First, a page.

The BBVA bond is part of the very notorious and very in vogue CoCo family (“here comes the CoCo!”). Without getting technical, CoCos are Contingent Convertibles, or debt that transforms into equity if certain trigger is reached.

The key with these new instruments (regular convertible bonds had existed for decades) is the trigger. It is based on regulatory capital ratios, that is on Risk Weighted Assets (recall my prior post). In the case of BBVA, if core equity capital goes below 7% of the bank´s RWA the CoCo will trigger (there could be a second trigger at 5% but that´s another story).

But, and here is the tricky part, RWA are calculated by the bank itself and from convoluted internal mathematical models. How is an investor to ascertain the probability of the trigger being reached and thus of his debt investment turning into an equity stake in an, apparently, suddenly undercapitalized bank? How can outsiders have a clue as to what a bank´s RWA will be like? RWA are simply undecipherable black boxes, infinitely manipulable by the bank.

I call this the “voodooization” of finance taken to the extreme. People buy complicated securities endowed with a lot of risk and may not hope to have a clue as to the drivers behind that security. When you buy Apple stock you are buying Apple stock, no mystery there. But when you buy securities where the underlying asset is voodoo, well that´s another thing completely.

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Capital vs Capital

Back to European banks´ capitalization levels.

Deutsche Bank is calling itself “one of the best capitalized banks in our global peer group”.

They say that because their regulatory capital ratios are indeed quite high: 12% Core Tier 1, 16% Tier 1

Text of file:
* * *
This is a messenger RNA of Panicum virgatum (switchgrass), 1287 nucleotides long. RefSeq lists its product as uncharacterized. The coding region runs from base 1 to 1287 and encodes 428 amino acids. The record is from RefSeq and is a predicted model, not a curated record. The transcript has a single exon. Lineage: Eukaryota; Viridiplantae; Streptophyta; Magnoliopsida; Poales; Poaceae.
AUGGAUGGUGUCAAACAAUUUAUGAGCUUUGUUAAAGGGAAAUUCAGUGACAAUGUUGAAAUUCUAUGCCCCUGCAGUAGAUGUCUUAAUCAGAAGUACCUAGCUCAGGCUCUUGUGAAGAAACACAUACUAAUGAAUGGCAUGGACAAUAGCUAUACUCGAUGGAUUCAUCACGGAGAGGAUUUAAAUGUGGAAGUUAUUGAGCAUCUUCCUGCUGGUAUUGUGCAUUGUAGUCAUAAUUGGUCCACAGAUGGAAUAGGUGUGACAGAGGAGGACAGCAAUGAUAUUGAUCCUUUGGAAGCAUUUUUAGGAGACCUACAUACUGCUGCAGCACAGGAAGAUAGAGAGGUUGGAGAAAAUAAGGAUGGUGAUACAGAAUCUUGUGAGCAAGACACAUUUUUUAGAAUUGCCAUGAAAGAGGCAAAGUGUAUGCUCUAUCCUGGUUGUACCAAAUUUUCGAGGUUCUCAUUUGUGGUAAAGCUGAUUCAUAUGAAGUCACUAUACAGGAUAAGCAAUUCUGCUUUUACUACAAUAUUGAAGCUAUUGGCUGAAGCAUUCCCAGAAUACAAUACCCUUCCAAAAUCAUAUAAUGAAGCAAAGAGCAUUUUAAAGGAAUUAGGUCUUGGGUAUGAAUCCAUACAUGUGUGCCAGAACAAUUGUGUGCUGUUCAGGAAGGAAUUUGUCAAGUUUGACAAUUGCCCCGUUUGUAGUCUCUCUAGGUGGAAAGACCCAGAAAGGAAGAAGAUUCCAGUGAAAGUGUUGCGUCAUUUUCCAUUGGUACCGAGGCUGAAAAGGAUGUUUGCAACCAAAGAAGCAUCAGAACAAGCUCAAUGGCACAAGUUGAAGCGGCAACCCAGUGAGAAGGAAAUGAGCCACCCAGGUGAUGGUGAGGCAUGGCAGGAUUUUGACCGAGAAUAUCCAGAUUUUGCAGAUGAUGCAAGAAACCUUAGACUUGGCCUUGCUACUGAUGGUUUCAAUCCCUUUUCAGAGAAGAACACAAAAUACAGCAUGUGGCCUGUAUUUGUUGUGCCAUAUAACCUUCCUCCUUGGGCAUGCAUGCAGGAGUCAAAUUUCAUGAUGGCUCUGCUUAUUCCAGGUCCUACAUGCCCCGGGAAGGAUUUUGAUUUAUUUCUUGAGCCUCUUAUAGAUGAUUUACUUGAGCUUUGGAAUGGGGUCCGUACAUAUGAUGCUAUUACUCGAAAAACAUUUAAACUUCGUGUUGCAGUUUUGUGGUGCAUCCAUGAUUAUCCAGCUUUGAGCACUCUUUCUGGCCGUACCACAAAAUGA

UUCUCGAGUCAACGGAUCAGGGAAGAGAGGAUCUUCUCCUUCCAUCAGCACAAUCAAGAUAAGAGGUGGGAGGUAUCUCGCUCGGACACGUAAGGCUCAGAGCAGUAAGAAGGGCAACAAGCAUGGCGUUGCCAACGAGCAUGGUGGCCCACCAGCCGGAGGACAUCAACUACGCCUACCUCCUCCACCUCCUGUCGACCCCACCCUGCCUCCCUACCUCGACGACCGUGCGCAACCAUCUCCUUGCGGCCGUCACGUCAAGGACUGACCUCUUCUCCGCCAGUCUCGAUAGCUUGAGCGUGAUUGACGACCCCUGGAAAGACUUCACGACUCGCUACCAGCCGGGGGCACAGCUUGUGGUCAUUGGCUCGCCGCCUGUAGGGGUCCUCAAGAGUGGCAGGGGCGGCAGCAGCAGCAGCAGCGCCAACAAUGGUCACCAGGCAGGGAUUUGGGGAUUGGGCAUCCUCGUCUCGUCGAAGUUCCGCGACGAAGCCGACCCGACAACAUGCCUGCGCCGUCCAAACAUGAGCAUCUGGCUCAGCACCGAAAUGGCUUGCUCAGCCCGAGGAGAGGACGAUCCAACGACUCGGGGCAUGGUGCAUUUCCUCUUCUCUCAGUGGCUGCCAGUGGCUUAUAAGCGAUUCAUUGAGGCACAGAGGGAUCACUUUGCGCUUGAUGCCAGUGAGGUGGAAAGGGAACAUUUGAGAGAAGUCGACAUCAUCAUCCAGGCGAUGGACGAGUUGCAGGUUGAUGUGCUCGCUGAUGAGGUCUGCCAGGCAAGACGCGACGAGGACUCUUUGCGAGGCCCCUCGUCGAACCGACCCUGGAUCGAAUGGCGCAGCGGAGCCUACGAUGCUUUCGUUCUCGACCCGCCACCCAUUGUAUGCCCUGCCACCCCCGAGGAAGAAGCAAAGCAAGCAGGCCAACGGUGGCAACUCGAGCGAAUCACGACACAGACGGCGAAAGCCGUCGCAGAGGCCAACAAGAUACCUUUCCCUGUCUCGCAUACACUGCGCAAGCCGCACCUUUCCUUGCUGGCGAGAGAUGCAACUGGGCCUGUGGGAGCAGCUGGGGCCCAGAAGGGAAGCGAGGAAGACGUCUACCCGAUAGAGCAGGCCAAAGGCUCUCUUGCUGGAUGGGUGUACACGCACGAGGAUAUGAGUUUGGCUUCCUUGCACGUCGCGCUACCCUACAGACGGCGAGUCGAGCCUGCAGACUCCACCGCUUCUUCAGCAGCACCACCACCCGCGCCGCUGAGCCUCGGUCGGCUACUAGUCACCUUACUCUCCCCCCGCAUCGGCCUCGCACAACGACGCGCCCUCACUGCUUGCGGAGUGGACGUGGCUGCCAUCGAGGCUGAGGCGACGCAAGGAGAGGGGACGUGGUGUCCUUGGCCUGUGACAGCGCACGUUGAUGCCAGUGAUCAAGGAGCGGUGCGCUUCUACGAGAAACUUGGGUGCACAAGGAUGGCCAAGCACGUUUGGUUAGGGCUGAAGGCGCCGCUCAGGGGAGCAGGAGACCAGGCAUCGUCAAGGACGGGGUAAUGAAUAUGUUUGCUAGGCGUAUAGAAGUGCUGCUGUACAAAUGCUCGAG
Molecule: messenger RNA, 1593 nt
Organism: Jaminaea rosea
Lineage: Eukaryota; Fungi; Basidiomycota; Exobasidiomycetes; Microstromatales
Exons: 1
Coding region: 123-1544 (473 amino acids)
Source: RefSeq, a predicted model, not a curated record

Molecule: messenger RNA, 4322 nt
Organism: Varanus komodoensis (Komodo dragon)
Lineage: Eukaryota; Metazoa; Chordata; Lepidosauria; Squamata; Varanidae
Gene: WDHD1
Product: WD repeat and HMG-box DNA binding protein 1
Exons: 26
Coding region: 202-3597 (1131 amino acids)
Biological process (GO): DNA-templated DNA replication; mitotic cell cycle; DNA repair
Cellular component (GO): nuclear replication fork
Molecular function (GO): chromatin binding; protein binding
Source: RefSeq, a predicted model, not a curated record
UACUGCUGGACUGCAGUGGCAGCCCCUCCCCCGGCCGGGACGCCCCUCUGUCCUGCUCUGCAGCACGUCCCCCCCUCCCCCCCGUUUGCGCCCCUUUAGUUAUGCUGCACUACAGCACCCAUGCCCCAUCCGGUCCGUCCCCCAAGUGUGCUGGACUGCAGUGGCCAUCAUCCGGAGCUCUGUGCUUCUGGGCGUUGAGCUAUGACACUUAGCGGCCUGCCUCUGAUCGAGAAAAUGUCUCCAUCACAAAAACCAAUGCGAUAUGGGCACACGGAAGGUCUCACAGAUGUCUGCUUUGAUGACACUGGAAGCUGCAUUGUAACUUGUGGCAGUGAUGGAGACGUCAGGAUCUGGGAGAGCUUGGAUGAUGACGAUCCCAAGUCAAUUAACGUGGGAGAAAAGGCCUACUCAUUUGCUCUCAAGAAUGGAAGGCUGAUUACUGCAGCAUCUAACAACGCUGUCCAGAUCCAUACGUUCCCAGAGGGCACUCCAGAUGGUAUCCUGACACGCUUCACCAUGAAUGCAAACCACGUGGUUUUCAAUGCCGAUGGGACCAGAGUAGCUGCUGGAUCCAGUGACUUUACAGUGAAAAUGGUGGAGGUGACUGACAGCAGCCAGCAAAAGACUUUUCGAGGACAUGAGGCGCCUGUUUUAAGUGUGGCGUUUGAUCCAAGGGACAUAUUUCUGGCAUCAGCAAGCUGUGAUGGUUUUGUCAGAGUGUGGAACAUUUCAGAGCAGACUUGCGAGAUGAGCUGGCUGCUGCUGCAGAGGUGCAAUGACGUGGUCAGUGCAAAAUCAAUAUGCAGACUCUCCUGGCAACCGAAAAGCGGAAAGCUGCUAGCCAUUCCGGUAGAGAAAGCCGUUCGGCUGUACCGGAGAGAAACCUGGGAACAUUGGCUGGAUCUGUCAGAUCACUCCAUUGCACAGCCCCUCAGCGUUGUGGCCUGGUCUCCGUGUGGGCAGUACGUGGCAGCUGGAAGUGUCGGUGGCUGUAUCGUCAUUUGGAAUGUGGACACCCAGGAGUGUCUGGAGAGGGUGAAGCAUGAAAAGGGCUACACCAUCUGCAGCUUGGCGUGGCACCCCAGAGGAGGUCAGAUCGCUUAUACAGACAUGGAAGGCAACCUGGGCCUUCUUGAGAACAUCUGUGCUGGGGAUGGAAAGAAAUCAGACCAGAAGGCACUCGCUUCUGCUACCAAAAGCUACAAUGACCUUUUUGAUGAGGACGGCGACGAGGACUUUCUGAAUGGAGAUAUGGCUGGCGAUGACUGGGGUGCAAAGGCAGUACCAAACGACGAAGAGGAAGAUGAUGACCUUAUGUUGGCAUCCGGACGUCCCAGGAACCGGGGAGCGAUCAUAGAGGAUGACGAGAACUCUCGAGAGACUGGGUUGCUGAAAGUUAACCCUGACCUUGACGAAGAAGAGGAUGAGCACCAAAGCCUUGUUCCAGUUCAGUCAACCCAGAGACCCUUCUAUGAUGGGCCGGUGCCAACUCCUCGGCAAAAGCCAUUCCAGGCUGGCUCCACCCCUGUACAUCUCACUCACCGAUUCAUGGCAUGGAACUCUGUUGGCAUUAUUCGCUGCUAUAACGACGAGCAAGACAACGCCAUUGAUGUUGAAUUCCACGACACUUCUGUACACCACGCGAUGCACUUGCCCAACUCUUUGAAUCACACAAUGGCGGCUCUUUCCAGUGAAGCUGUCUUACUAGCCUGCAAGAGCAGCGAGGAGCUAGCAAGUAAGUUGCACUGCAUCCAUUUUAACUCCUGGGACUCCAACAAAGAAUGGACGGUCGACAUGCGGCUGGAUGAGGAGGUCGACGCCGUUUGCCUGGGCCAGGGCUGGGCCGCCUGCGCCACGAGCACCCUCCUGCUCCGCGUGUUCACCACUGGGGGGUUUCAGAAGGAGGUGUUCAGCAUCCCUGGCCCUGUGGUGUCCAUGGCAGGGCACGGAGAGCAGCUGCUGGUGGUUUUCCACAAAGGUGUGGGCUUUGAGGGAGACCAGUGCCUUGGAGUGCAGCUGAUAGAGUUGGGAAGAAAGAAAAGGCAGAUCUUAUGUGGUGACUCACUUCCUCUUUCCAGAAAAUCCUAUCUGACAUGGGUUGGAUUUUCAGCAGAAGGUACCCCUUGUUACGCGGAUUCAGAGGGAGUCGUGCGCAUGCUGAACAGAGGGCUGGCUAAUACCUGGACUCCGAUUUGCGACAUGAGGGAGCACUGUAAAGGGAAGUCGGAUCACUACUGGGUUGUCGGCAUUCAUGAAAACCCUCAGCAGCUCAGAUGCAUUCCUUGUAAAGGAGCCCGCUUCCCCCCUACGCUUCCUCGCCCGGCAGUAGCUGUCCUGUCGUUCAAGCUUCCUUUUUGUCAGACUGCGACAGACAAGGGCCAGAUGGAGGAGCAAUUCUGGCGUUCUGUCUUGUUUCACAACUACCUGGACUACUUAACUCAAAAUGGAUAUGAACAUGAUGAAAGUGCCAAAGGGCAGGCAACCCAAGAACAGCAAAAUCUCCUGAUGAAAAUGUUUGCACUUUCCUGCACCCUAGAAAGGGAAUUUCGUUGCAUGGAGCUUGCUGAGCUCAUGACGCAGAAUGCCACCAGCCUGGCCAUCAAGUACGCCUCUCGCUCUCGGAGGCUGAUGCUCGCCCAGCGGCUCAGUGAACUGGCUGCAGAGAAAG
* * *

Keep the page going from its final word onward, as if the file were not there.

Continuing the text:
This means DB already complies, by far, with the new “stringent” Basel III requirements (7-9.5% Core Tier 1, but only by 2019).

So what´s all this talk about Euro banks (and DB in particular) being way undercapitalized, especially with regards to US counterparts? Why is JP Morgan´s boss screaming to the high heavens about such discrepancies, if they do not apparently exist?

Well, those ratios are calculated over Risk Weighted Assets (RWA), not actual assets. And RWA (a kind of “voodoo”) can represent just a tiny fraction of actual assets. So a very high Capital over RWA ratio can in fact stand for a very low Capital over Assets ratio. Of course, what matters for bank solvency is the latter (i.e. how fast can my equity be wiped out if assets fall in value).

What´s DB true leverage ratio? Q1 2013 on-balance-sheet equity is just 2.75% of total on-balance-sheet assets. If those assets drop by 2.75%, DB is insolvent.

Which capital number do you trust best?

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A New Adventure Begins

We´ve kick-started a new academic adventure: the Finance Lab Workshop MBA elective course. About 20 brave and pioneering souls have decided to venture into unknown territory to sample what promises to be an innovative and enlightening experience. This is a course where students are in command (under some “adult” supervision). The course truly tests their ability and desire to learn in a self-driven fashion. It´s very dynamic and attuned to real world urgencies. It should help refine and polish students´ oral and written communication skills. There are no homeworks or exams. Just in-class in-group presentations, all leading to a final report. You face no stringent deadlines on very specific assignments, but you must prove yourself every week. Self-directed dynamic demanding work that aims to tackle some pressing real-life theme? Doesn´t sound too different from what you should expect on the job out there.

For this year we have selected Sovereign Debt as the central topic. I don´t need to elaborate on its utter relevance and immediacy.

The first in-class presentations went really well and I have a feeling we are all going to learn a lot from each other. This course encapsulates a lot of the things that can make ESADE a great place to study and experience: diversity (we have students from all over, from Vietnam to Japan, from the US to Saudi Arabia, from Brazil to Hungary), freshness (very “unstructured”, very new, very individualized, very “unconventional”), and fearless innovation (I don´t think many schools offer such an opportunity, especially so early in the MBA; and it´s part of the overall Finance Lab, pretty unique in itself certainly)

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Are All Euro Banks Insolvent?

Let´s not forget that the problem with Cyprus is first and foremost a banking problem. Which takes us to the issue of banks blowing up because they have very little capital. When your capital is depleted by losses you become insolvent. If no one steps in, it´s good bye time.